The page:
Need to be apolitical for Speakers

For representational purpose only
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For representational purpose only

Highlights

A watchful Legislature forms the foundation of a well-functioning democracy

A watchful Legislature forms the foundation of a well-functioning democracy. The presiding officers of Parliament and Assemblies are the key to securing the effectiveness of these institutions. The MPs look to them to facilitate debate, protect their rights and uphold the dignity of Parliament or Assembly.

The Speaker is the mouthpiece for the House, for example, conveying Messages and Addresses from the House to the Governor. The Speaker is also charged with upholding the rights and privileges of Members and of the House.

The Office of the Speaker occupies a pivotal position in our parliamentary democracy. It has been said of it that while the Members of Parliament represent individual constituencies, the Speaker represents the full authority of the House itself. He symbolises the dignity and power of the House over which he is presiding. The responsibility entrusted to the Speaker is so onerous that he cannot afford to overlook any aspect of parliamentary life. His actions come under scrutiny in the House and are also widely reported in the mass media. With the televising of proceedings, the small screen brings to millions of households in the country the day-to-day developments in the House, making the Speaker's task more important.

The Speaker speaks rarely in the House, and when he does, he speaks for the House as a whole. The Speaker is looked upon as the true guardian of the traditions of parliamentary democracy. His unique position is illustrated by the fact that he is placed very high in the Warrant of Precedence in our country, standing next only to the President, the Vice-President and the Prime Minister.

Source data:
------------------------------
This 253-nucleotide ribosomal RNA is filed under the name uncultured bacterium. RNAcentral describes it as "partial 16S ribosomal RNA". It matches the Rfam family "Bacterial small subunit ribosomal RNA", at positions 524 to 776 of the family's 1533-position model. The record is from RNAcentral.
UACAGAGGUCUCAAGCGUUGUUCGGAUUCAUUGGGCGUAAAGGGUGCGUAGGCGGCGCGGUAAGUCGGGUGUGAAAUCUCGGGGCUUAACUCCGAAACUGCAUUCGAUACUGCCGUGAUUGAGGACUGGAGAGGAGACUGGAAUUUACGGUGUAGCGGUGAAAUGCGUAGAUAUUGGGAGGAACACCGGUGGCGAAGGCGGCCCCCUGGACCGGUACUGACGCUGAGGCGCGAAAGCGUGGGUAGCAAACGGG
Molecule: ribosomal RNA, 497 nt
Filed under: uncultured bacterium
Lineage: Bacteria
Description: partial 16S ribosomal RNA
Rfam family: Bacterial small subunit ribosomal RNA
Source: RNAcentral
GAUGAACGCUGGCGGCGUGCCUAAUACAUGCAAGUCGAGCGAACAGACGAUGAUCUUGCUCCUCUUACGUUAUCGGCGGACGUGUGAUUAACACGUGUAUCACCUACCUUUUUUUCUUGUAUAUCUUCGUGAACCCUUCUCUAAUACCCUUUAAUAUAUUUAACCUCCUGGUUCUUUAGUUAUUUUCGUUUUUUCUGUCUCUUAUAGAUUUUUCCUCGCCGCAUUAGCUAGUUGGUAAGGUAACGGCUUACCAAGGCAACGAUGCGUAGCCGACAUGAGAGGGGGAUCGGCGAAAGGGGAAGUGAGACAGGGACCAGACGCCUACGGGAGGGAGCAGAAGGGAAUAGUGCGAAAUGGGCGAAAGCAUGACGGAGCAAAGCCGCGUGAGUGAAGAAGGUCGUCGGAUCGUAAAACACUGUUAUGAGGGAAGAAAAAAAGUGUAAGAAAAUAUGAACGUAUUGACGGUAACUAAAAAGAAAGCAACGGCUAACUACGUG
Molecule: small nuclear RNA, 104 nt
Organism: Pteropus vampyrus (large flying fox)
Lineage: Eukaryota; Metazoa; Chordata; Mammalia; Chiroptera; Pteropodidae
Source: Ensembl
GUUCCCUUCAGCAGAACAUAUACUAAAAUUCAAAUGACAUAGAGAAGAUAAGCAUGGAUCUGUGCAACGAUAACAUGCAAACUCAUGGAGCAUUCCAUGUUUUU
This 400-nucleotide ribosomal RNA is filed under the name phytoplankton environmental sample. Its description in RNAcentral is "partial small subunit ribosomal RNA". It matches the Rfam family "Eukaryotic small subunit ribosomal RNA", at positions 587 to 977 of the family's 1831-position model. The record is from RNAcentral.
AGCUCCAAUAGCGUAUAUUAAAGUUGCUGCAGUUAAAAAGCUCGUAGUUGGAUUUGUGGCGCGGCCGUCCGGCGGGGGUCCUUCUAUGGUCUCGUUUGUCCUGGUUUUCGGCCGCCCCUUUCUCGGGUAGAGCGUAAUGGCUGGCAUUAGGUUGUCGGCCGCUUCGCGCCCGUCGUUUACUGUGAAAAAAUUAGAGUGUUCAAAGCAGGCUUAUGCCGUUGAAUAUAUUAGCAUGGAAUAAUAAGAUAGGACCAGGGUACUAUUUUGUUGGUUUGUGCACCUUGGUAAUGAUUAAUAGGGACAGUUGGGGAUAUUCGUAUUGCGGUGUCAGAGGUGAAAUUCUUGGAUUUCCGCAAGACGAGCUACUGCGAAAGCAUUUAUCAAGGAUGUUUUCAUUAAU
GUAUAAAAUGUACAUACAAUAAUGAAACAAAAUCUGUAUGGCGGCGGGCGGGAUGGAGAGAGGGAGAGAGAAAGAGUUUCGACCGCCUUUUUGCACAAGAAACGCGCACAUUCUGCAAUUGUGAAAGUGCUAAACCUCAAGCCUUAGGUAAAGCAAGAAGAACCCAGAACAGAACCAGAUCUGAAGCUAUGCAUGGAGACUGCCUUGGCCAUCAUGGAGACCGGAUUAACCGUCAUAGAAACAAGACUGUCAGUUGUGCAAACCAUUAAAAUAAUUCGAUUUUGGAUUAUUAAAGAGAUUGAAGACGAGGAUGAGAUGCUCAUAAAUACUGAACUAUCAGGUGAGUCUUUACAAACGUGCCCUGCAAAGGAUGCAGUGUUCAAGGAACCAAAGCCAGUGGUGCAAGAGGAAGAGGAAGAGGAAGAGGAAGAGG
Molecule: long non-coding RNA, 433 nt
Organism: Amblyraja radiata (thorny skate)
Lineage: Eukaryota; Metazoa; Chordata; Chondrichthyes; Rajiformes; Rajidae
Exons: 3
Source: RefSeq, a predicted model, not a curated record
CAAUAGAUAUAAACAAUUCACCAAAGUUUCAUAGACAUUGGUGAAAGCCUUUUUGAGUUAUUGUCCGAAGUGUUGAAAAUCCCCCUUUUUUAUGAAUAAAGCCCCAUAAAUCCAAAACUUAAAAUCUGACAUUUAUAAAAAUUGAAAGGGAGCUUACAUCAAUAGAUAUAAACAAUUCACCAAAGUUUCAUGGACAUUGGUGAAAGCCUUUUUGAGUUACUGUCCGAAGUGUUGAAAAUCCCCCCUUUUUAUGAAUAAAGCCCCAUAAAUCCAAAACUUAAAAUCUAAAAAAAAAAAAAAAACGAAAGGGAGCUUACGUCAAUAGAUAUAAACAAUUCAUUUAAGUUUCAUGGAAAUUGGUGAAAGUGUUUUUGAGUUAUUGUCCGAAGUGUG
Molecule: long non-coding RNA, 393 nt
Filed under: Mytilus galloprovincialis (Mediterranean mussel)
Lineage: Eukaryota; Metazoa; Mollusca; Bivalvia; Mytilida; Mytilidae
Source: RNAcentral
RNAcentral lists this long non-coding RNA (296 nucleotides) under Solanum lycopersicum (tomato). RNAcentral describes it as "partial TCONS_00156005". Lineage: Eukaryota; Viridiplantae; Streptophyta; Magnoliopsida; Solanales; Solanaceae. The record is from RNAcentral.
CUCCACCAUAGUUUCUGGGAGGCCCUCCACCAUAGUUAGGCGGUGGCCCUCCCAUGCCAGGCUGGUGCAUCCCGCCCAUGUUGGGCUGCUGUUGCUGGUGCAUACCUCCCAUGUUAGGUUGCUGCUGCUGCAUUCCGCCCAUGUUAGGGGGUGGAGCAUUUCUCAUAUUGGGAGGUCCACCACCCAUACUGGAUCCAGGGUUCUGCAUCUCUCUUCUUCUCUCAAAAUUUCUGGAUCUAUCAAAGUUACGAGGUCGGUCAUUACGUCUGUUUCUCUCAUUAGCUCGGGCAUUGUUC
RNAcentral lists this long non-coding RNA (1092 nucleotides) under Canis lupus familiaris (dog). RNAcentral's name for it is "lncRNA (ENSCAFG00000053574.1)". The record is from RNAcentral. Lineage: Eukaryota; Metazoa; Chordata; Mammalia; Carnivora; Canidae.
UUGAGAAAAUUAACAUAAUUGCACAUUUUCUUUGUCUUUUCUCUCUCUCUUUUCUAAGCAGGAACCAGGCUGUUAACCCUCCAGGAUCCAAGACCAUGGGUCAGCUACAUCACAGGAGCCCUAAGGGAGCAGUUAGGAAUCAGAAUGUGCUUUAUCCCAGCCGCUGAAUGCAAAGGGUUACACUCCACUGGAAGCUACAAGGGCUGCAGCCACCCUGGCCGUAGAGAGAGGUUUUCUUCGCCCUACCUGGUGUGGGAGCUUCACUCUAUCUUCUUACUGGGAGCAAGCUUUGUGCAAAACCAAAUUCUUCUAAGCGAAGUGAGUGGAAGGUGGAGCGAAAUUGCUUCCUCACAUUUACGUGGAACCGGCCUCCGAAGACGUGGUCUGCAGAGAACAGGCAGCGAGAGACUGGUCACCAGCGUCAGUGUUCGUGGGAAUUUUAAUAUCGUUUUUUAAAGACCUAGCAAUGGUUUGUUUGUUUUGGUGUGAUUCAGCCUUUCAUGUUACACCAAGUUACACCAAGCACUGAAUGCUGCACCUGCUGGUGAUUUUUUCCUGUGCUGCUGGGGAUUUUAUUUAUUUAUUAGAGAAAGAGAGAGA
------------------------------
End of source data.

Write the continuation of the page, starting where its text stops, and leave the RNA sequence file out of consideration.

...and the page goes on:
In India, through the Constitution of the land, through the Rules of Procedure and Conduct of Business in Lok Sabha and through the practices and conventions, adequate powers are vested in the Office of the Speaker to help him or her in the smooth conduct of the parliamentary proceedings and for protecting the independence and impartiality of the Office.

The Speaker has extensive functions to perform in administrative, judicial and regulatory matters, falling under his domain. He enjoys vast authority under the Constitution and the Rules, as well as inherently. The Speaker represents its collective voice.

Normally, Speakers refrain from making any comment on political developments. There were Speakers like Balram Jhakar in Lok Sabha who made other members raise issues pertaining to his constituency. He never used to hesitate to pull up any member including those from the ruling party if he felt that the member had violated any rule or had crossed limits in speech or behaviour.

There were Speakers like G Narayana Rao who could even ask Chief Ministers like N T Rama Rao to sit in a bid to restore order in the house. According to Lok Sabha document, Speaker is the ultimate spokesperson of Parliament or Assembly. But now a new trend is being observed in Telugu States in particular. We hear the Speakers making critical comments on political developments, opposition leaders and defend government schemes and policies in front of media. Such a tendency has not been seen in northern states. Even the Lok Sabha Speaker does not make any such comments. Maybe there is a need for reorientation for presiding officers on their roles and responsibilities, though they are all very senior leaders and have wide administrative experience and are very well-conversant with rules, procedures and responsibilities.

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